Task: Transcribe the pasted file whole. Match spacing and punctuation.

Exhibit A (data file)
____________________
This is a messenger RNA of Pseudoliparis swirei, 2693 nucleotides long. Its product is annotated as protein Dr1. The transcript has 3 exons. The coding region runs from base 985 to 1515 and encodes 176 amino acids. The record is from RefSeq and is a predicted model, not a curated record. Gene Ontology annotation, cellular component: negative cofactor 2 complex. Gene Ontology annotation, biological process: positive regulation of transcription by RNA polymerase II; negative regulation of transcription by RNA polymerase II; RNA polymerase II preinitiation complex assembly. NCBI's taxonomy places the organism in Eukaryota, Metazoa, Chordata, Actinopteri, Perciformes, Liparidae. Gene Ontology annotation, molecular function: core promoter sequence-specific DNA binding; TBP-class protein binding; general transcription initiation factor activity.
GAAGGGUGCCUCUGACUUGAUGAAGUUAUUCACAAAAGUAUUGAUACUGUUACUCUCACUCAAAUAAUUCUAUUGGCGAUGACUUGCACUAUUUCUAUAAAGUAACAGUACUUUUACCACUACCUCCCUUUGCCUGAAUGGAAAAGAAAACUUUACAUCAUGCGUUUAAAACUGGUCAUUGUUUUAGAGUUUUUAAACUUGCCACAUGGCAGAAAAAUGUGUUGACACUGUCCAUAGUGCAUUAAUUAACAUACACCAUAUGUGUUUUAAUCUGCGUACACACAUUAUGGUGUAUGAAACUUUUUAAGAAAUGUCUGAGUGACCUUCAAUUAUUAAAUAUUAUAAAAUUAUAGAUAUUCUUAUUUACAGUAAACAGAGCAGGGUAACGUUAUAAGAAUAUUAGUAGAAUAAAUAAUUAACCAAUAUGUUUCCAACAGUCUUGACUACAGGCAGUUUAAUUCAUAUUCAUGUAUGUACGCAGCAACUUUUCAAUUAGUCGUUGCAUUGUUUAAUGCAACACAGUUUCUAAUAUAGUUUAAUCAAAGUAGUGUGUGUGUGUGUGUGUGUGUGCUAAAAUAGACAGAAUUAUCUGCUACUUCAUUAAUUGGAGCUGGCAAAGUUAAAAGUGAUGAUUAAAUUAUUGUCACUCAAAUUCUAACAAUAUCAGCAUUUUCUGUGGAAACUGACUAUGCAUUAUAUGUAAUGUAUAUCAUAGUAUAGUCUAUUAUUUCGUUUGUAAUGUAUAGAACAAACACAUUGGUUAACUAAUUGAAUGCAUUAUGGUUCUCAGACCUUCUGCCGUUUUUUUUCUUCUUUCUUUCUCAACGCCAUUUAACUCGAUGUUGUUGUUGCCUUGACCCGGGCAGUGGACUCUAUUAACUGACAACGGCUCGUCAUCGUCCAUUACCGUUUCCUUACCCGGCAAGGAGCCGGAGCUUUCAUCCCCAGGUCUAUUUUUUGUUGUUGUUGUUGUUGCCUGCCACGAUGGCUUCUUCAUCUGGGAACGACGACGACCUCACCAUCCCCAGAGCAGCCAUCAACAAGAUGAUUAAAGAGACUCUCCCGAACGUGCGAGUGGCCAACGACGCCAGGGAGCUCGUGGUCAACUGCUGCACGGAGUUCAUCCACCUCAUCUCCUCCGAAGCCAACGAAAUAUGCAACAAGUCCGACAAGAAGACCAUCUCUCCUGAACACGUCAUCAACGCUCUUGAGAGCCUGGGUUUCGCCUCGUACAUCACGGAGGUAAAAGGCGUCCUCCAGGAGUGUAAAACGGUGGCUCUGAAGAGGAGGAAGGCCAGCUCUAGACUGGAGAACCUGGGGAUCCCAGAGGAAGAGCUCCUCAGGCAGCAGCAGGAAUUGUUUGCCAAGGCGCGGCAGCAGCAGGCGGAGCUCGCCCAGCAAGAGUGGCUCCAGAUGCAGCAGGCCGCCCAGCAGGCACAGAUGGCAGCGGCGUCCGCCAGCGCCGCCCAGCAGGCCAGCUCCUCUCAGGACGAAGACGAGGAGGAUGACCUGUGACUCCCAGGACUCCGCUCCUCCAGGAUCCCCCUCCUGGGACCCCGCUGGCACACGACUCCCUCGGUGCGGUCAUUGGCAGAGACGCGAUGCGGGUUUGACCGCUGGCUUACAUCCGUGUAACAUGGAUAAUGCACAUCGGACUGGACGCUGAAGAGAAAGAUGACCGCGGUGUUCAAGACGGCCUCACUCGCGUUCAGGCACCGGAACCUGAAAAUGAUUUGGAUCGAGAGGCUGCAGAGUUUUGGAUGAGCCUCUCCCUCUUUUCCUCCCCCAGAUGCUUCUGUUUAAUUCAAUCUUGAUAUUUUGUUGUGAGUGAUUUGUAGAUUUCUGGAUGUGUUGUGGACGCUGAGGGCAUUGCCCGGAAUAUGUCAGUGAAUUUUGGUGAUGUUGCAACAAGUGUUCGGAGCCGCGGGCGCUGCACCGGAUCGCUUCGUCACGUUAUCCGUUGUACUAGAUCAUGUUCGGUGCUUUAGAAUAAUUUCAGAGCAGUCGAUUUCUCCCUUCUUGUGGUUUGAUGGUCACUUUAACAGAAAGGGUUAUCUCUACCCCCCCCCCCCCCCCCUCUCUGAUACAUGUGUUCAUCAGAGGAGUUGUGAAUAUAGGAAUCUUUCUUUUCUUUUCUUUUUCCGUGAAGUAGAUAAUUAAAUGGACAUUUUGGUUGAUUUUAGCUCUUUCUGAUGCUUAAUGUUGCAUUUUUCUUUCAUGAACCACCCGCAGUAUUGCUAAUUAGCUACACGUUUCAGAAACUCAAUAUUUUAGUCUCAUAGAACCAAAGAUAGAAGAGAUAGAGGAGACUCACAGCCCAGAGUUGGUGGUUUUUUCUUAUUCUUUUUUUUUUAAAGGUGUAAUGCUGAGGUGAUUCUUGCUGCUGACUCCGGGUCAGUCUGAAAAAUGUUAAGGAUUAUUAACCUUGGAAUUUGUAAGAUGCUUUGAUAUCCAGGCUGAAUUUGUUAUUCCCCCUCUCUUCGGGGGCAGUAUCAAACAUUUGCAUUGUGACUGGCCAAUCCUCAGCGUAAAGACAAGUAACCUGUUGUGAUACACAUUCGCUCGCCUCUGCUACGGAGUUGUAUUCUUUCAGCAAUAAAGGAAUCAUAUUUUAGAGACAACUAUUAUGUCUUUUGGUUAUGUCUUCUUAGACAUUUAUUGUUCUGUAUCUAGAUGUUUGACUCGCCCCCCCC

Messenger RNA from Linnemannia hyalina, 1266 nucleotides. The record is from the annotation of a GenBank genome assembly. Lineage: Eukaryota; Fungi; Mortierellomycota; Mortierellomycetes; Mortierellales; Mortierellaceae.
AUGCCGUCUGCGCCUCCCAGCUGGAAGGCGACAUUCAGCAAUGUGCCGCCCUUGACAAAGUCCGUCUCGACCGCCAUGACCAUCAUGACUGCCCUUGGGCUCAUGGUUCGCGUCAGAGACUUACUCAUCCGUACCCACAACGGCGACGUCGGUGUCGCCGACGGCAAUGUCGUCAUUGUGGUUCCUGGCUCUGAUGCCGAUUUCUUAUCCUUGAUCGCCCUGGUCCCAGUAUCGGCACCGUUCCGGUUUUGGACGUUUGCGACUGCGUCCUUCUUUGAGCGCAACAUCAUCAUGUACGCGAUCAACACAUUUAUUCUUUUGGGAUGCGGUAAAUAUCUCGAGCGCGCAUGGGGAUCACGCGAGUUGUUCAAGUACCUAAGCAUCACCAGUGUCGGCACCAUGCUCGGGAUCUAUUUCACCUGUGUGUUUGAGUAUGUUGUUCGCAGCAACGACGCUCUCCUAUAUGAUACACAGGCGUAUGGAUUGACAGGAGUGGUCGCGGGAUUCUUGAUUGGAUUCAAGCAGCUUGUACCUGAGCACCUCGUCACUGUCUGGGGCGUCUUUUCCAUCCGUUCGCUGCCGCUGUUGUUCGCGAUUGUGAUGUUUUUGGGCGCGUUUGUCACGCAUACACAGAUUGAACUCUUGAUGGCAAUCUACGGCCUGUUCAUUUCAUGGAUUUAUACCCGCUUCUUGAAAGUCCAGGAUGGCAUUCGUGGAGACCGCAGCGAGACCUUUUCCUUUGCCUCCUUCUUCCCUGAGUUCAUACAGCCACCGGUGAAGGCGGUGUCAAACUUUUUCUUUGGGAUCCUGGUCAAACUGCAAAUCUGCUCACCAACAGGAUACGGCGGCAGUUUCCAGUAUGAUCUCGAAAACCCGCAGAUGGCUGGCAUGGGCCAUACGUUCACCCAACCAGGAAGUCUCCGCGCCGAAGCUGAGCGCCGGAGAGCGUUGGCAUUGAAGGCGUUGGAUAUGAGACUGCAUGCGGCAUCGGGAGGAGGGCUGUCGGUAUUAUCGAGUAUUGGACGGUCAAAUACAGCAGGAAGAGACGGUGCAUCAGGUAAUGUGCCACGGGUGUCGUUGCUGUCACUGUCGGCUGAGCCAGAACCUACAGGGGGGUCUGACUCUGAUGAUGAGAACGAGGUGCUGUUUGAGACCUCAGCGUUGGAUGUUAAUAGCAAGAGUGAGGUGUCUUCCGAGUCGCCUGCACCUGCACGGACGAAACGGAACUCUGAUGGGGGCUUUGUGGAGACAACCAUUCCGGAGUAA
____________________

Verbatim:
This is a messenger RNA of Pseudoliparis swirei, 2693 nucleotides long. Its product is annotated as protein Dr1. The transcript has 3 exons. The coding region runs from base 985 to 1515 and encodes 176 amino acids. The record is from RefSeq and is a predicted model, not a curated record. Gene Ontology annotation, cellular component: negative cofactor 2 complex. Gene Ontology annotation, biological process: positive regulation of transcription by RNA polymerase II; negative regulation of transcription by RNA polymerase II; RNA polymerase II preinitiation complex assembly. NCBI's taxonomy places the organism in Eukaryota, Metazoa, Chordata, Actinopteri, Perciformes, Liparidae. Gene Ontology annotation, molecular function: core promoter sequence-specific DNA binding; TBP-class protein binding; general transcription initiation factor activity.
GAAGGGUGCCUCUGACUUGAUGAAGUUAUUCACAAAAGUAUUGAUACUGUUACUCUCACUCAAAUAAUUCUAUUGGCGAUGACUUGCACUAUUUCUAUAAAGUAACAGUACUUUUACCACUACCUCCCUUUGCCUGAAUGGAAAAGAAAACUUUACAUCAUGCGUUUAAAACUGGUCAUUGUUUUAGAGUUUUUAAACUUGCCACAUGGCAGAAAAAUGUGUUGACACUGUCCAUAGUGCAUUAAUUAACAUACACCAUAUGUGUUUUAAUCUGCGUACACACAUUAUGGUGUAUGAAACUUUUUAAGAAAUGUCUGAGUGACCUUCAAUUAUUAAAUAUUAUAAAAUUAUAGAUAUUCUUAUUUACAGUAAACAGAGCAGGGUAACGUUAUAAGAAUAUUAGUAGAAUAAAUAAUUAACCAAUAUGUUUCCAACAGUCUUGACUACAGGCAGUUUAAUUCAUAUUCAUGUAUGUACGCAGCAACUUUUCAAUUAGUCGUUGCAUUGUUUAAUGCAACACAGUUUCUAAUAUAGUUUAAUCAAAGUAGUGUGUGUGUGUGUGUGUGUGUGCUAAAAUAGACAGAAUUAUCUGCUACUUCAUUAAUUGGAGCUGGCAAAGUUAAAAGUGAUGAUUAAAUUAUUGUCACUCAAAUUCUAACAAUAUCAGCAUUUUCUGUGGAAACUGACUAUGCAUUAUAUGUAAUGUAUAUCAUAGUAUAGUCUAUUAUUUCGUUUGUAAUGUAUAGAACAAACACAUUGGUUAACUAAUUGAAUGCAUUAUGGUUCUCAGACCUUCUGCCGUUUUUUUUCUUCUUUCUUUCUCAACGCCAUUUAACUCGAUGUUGUUGUUGCCUUGACCCGGGCAGUGGACUCUAUUAACUGACAACGGCUCGUCAUCGUCCAUUACCGUUUCCUUACCCGGCAAGGAGCCGGAGCUUUCAUCCCCAGGUCUAUUUUUUGUUGUUGUUGUUGUUGCCUGCCACGAUGGCUUCUUCAUCUGGGAACGACGACGACCUCACCAUCCCCAGAGCAGCCAUCAACAAGAUGAUUAAAGAGACUCUCCCGAACGUGCGAGUGGCCAACGACGCCAGGGAGCUCGUGGUCAACUGCUGCACGGAGUUCAUCCACCUCAUCUCCUCCGAAGCCAACGAAAUAUGCAACAAGUCCGACAAGAAGACCAUCUCUCCUGAACACGUCAUCAACGCUCUUGAGAGCCUGGGUUUCGCCUCGUACAUCACGGAGGUAAAAGGCGUCCUCCAGGAGUGUAAAACGGUGGCUCUGAAGAGGAGGAAGGCCAGCUCUAGACUGGAGAACCUGGGGAUCCCAGAGGAAGAGCUCCUCAGGCAGCAGCAGGAAUUGUUUGCCAAGGCGCGGCAGCAGCAGGCGGAGCUCGCCCAGCAAGAGUGGCUCCAGAUGCAGCAGGCCGCCCAGCAGGCACAGAUGGCAGCGGCGUCCGCCAGCGCCGCCCAGCAGGCCAGCUCCUCUCAGGACGAAGACGAGGAGGAUGACCUGUGACUCCCAGGACUCCGCUCCUCCAGGAUCCCCCUCCUGGGACCCCGCUGGCACACGACUCCCUCGGUGCGGUCAUUGGCAGAGACGCGAUGCGGGUUUGACCGCUGGCUUACAUCCGUGUAACAUGGAUAAUGCACAUCGGACUGGACGCUGAAGAGAAAGAUGACCGCGGUGUUCAAGACGGCCUCACUCGCGUUCAGGCACCGGAACCUGAAAAUGAUUUGGAUCGAGAGGCUGCAGAGUUUUGGAUGAGCCUCUCCCUCUUUUCCUCCCCCAGAUGCUUCUGUUUAAUUCAAUCUUGAUAUUUUGUUGUGAGUGAUUUGUAGAUUUCUGGAUGUGUUGUGGACGCUGAGGGCAUUGCCCGGAAUAUGUCAGUGAAUUUUGGUGAUGUUGCAACAAGUGUUCGGAGCCGCGGGCGCUGCACCGGAUCGCUUCGUCACGUUAUCCGUUGUACUAGAUCAUGUUCGGUGCUUUAGAAUAAUUUCAGAGCAGUCGAUUUCUCCCUUCUUGUGGUUUGAUGGUCACUUUAACAGAAAGGGUUAUCUCUACCCCCCCCCCCCCCCCCUCUCUGAUACAUGUGUUCAUCAGAGGAGUUGUGAAUAUAGGAAUCUUUCUUUUCUUUUCUUUUUCCGUGAAGUAGAUAAUUAAAUGGACAUUUUGGUUGAUUUUAGCUCUUUCUGAUGCUUAAUGUUGCAUUUUUCUUUCAUGAACCACCCGCAGUAUUGCUAAUUAGCUACACGUUUCAGAAACUCAAUAUUUUAGUCUCAUAGAACCAAAGAUAGAAGAGAUAGAGGAGACUCACAGCCCAGAGUUGGUGGUUUUUUCUUAUUCUUUUUUUUUUAAAGGUGUAAUGCUGAGGUGAUUCUUGCUGCUGACUCCGGGUCAGUCUGAAAAAUGUUAAGGAUUAUUAACCUUGGAAUUUGUAAGAUGCUUUGAUAUCCAGGCUGAAUUUGUUAUUCCCCCUCUCUUCGGGGGCAGUAUCAAACAUUUGCAUUGUGACUGGCCAAUCCUCAGCGUAAAGACAAGUAACCUGUUGUGAUACACAUUCGCUCGCCUCUGCUACGGAGUUGUAUUCUUUCAGCAAUAAAGGAAUCAUAUUUUAGAGACAACUAUUAUGUCUUUUGGUUAUGUCUUCUUAGACAUUUAUUGUUCUGUAUCUAGAUGUUUGACUCGCCCCCCCC

Messenger RNA from Linnemannia hyalina, 1266 nucleotides. The record is from the annotation of a GenBank genome assembly. Lineage: Eukaryota; Fungi; Mortierellomycota; Mortierellomycetes; Mortierellales; Mortierellaceae.
AUGCCGUCUGCGCCUCCCAGCUGGAAGGCGACAUUCAGCAAUGUGCCGCCCUUGACAAAGUCCGUCUCGACCGCCAUGACCAUCAUGACUGCCCUUGGGCUCAUGGUUCGCGUCAGAGACUUACUCAUCCGUACCCACAACGGCGACGUCGGUGUCGCCGACGGCAAUGUCGUCAUUGUGGUUCCUGGCUCUGAUGCCGAUUUCUUAUCCUUGAUCGCCCUGGUCCCAGUAUCGGCACCGUUCCGGUUUUGGACGUUUGCGACUGCGUCCUUCUUUGAGCGCAACAUCAUCAUGUACGCGAUCAACACAUUUAUUCUUUUGGGAUGCGGUAAAUAUCUCGAGCGCGCAUGGGGAUCACGCGAGUUGUUCAAGUACCUAAGCAUCACCAGUGUCGGCACCAUGCUCGGGAUCUAUUUCACCUGUGUGUUUGAGUAUGUUGUUCGCAGCAACGACGCUCUCCUAUAUGAUACACAGGCGUAUGGAUUGACAGGAGUGGUCGCGGGAUUCUUGAUUGGAUUCAAGCAGCUUGUACCUGAGCACCUCGUCACUGUCUGGGGCGUCUUUUCCAUCCGUUCGCUGCCGCUGUUGUUCGCGAUUGUGAUGUUUUUGGGCGCGUUUGUCACGCAUACACAGAUUGAACUCUUGAUGGCAAUCUACGGCCUGUUCAUUUCAUGGAUUUAUACCCGCUUCUUGAAAGUCCAGGAUGGCAUUCGUGGAGACCGCAGCGAGACCUUUUCCUUUGCCUCCUUCUUCCCUGAGUUCAUACAGCCACCGGUGAAGGCGGUGUCAAACUUUUUCUUUGGGAUCCUGGUCAAACUGCAAAUCUGCUCACCAACAGGAUACGGCGGCAGUUUCCAGUAUGAUCUCGAAAACCCGCAGAUGGCUGGCAUGGGCCAUACGUUCACCCAACCAGGAAGUCUCCGCGCCGAAGCUGAGCGCCGGAGAGCGUUGGCAUUGAAGGCGUUGGAUAUGAGACUGCAUGCGGCAUCGGGAGGAGGGCUGUCGGUAUUAUCGAGUAUUGGACGGUCAAAUACAGCAGGAAGAGACGGUGCAUCAGGUAAUGUGCCACGGGUGUCGUUGCUGUCACUGUCGGCUGAGCCAGAACCUACAGGGGGGUCUGACUCUGAUGAUGAGAACGAGGUGCUGUUUGAGACCUCAGCGUUGGAUGUUAAUAGCAAGAGUGAGGUGUCUUCCGAGUCGCCUGCACCUGCACGGACGAAACGGAACUCUGAUGGGGGCUUUGUGGAGACAACCAUUCCGGAGUAA